The perfect jump-off for anyone intrigued or beguiled by Lucier’s oeuvre and looking for a way in, ‘Illuminated by the Moon’ was recorded in October 2016 at the Alvin Lucier 85th Birthday Festival at the Zurich University of the Arts and spans pioneering classics such as ‘I Am Sitting In A Room’  thru to his recent piece for Stephen O’Malley and Oren Ambarchi, ‘Hanover’. Along with a fistful of rare works, it adds up to an unprecedented, overdue survey of Lucier’s cross-disciplinary efforts in locating the metaphysics of sound in minimalism, and is arguably the most crucial boxset of 2018 alongside Roland Kayn’s immense ’Simultan’ session.
In deliberate depth and detail, ‘Illuminated by the Moon’ highlights Lucier’s intersections with pivotal contemporaries including Joan La Barbera and Charles Curtis, right up to his work with disciples such as Sunn 0)))’s Stephen O’Malley and virtuoso minimalist Oren Ambarchi, each proving, where needed, evidence of a deeply focussed yet open-minded approach to the phenomenology of acoustic sound.
From ostensibly simple units of sound Lucier extrapolates incredible, otherworldly dimensions, using various extended techniques and recording methods to probe ideas of auditory and musical reception and perception. In historical context, he wasn’t the only artist doing so back then, as the likes of Steve Reich with ‘Come Out’, or his group mates Gordon Mumma, Robert Ashley and David Behrman in Sonic Arts Union also explored hybrids of text/speech/composition, but Lucier’s work stands out for its enduring patience and subtle playfulness in its transformative transitions of texture and tone, highlighted here in his liminal, tip-of-tongue take on ‘Nothing Is Real (Strawberry Fields Forever)’ , and the absorbing roil of his percussive piece, ‘Music For Solo Performer’ .
As with the most recent work on show, including ‘Hanover’ and a number of modern compositions from 2002-2016 with Joan La Barbera and young American cellist Charles Curtis, Lucier’s work has only grown more intently focussed and transcendent over the years and has quietly shifted the understanding of what music can be; laying a mark on history and the expectations of nearly everything to come, while radically expanding the field.
Amazing proto-Drexciyan synths and alien electronics from Portugal, 1983, a first time reissue on Holuzam - a brand new label from the people behind Príncipe. Don't miss this!!!
Holuzam is a new label from Príncipe Discos co-founders José Moura and Márcio Matos. Their first release is an expanded edition of Telectu’s freakishly immersive 1983 LP, ’Belzebu’; a 40min suite of sweltering, proto-Drexciyan synths, lilting Afro influences and subaquatic rhythms unavailable on any format since the original release, which now trades for triple figures in the 2nd hand market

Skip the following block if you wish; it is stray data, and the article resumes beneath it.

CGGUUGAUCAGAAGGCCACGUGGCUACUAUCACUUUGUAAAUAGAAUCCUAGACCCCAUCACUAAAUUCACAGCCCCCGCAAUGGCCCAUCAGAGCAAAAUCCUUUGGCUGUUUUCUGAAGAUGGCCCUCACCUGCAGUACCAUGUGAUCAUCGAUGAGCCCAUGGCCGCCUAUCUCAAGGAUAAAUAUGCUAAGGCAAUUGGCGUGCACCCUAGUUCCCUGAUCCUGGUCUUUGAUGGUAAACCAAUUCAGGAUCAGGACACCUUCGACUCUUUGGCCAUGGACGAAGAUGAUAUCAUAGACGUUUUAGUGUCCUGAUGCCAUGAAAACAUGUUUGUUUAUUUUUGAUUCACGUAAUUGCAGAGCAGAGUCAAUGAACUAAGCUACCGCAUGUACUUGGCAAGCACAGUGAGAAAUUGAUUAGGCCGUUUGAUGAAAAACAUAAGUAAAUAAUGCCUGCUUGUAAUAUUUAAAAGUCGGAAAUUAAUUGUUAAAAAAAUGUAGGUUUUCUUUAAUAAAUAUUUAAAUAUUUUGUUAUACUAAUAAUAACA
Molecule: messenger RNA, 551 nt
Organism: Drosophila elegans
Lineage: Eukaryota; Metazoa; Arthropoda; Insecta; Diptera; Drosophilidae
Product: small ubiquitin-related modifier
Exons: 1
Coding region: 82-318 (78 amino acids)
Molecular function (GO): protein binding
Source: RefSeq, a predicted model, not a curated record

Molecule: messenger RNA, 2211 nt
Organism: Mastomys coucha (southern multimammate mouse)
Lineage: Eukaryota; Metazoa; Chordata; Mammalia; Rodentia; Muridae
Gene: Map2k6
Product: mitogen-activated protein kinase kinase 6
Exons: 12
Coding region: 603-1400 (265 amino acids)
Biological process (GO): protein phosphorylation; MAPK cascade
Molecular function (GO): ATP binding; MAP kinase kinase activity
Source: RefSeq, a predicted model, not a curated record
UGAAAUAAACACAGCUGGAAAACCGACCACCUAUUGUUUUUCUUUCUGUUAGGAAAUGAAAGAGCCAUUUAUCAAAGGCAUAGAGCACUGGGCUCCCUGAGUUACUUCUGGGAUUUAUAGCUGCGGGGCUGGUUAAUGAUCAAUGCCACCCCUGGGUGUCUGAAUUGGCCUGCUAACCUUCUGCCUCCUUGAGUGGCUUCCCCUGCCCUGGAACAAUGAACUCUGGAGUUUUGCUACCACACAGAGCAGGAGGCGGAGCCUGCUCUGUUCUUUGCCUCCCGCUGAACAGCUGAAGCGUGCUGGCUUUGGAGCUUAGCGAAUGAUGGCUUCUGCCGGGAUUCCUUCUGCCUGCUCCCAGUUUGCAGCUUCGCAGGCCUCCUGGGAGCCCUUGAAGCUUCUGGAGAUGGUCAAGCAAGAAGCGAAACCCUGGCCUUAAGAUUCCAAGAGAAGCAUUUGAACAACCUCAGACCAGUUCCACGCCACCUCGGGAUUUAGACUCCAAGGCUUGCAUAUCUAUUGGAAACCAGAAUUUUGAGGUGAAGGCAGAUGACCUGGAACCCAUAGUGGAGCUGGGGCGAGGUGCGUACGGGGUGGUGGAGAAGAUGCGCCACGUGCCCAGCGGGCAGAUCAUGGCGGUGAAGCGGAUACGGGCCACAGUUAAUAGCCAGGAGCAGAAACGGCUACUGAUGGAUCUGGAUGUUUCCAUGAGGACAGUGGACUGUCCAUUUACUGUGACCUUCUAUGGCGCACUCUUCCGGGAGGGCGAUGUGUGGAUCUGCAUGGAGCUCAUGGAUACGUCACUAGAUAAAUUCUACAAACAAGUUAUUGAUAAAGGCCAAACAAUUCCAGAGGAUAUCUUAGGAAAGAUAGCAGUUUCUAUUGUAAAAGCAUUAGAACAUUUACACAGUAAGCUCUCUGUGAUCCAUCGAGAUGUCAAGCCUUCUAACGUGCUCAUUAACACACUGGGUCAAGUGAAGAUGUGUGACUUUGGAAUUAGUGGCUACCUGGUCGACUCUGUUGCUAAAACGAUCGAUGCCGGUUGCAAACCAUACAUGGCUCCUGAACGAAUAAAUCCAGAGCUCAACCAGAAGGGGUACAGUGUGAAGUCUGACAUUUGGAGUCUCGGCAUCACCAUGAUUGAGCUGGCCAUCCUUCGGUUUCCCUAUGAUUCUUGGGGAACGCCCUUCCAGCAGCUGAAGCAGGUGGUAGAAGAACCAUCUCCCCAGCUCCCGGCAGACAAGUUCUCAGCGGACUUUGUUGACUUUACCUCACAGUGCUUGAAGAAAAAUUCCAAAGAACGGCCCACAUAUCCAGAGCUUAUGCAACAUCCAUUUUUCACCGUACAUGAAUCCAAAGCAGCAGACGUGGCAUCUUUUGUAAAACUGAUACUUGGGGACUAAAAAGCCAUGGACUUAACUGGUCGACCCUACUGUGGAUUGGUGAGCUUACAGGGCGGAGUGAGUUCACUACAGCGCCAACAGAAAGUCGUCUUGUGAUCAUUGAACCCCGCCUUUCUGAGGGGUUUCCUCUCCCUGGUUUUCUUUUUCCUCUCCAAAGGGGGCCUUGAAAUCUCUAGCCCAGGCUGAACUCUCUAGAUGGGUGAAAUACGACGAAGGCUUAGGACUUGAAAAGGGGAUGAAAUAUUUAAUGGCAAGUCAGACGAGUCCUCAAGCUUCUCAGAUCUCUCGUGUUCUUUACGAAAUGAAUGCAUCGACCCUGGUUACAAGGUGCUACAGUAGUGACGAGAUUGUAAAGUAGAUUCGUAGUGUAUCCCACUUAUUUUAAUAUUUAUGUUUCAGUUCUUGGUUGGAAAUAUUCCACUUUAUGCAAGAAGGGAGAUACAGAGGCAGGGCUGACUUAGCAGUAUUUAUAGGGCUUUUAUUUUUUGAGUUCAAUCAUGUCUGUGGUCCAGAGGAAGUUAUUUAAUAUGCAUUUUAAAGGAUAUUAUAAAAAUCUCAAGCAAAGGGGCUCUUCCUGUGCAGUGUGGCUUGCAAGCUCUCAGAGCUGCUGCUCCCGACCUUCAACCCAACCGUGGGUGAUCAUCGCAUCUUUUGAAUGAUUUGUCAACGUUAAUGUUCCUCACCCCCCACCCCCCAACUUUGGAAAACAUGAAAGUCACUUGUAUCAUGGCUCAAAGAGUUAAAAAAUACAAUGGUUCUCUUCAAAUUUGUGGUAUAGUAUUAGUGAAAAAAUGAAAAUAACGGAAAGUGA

Viewed from any angle, ‘Belzebu’ is an iridescent oddity in its field, and was certainly among the first of its ilk within the Portuguese music scene. It was the product of experiments by multi-instrumentalist and music writer Jorge Lima Barreto (JLB), and the co-founder of pop-rock band GNR, Vitor Rua (VR), whose shared interests dovetailed into a mutual fascination with unorthodox, improvised and electronic sounds, leading to these remarkable, home recorded conclusions in 1983.
During late 1982 and into 1983, JLB and VR channelled those notions, together with ideas picked up from the NYC minimalist and no wave scene during travels in North and South America, into a strangely prescient and non pareil sound. Homing in on a high pitched, chaotic granular squabble they termed ‘Belzebu Zero’ - which forms the original demo for the album and is included here as a bonus CD - the duo layered that sound with precise guitar strokes, drum machine, synths and FX to hypnotically immersive and dramatically alien effect.
On the A-side ‘Rotas Opera Temet’ they plunge into a 20 minute vortex of electric blue synth noise and scaly flutters recalling a prototypical Drexicyan soundtrack to a film about Atlantis. With the B-side, they take that idea fathoms further into the abyss, wrapping coruscating chords and ticking machine pulses to the high end squabble with a supremely heady sensation, especially when the rhythm opens out into a demented shift in the track’s 2nd half.
There’s a genuine genius at work in this record which is bound to enthrall and absorb listeners from myriad perspectives. Everyone from Jamal Moss fiends to Drexciyan divers and Craig Leon fans need to spend some time with this beautiful oddity....
Pivotal solo cellist and producer Oliver Coates (LCO, Apartment House) proceeds collaborations with Mica Levi and Radiohead with Shelley’s on Zenn-La, an indefatigably endearing 3rd solo album, new for RVNG Intl.
We can hardly think of many artists beyond Oliver’s own circle who can meld dance music with avant-electronic and classical instrumental expression quite like Oliver does here. From the raw electric buzz and spattered breaks underlined with layered cello in Faraday Movement, to the abraded BoC-like downbeats of Lime, thru to wayward disco treks like Charlev, Analord-style braindance in Norrin Radd Dreaming, and the final swoon between wide-open string composition and balletic IDM in Perfect Apple with Silver Mark, Oliver is making wonderful music unconstricted by convention, but patently happy to play with it.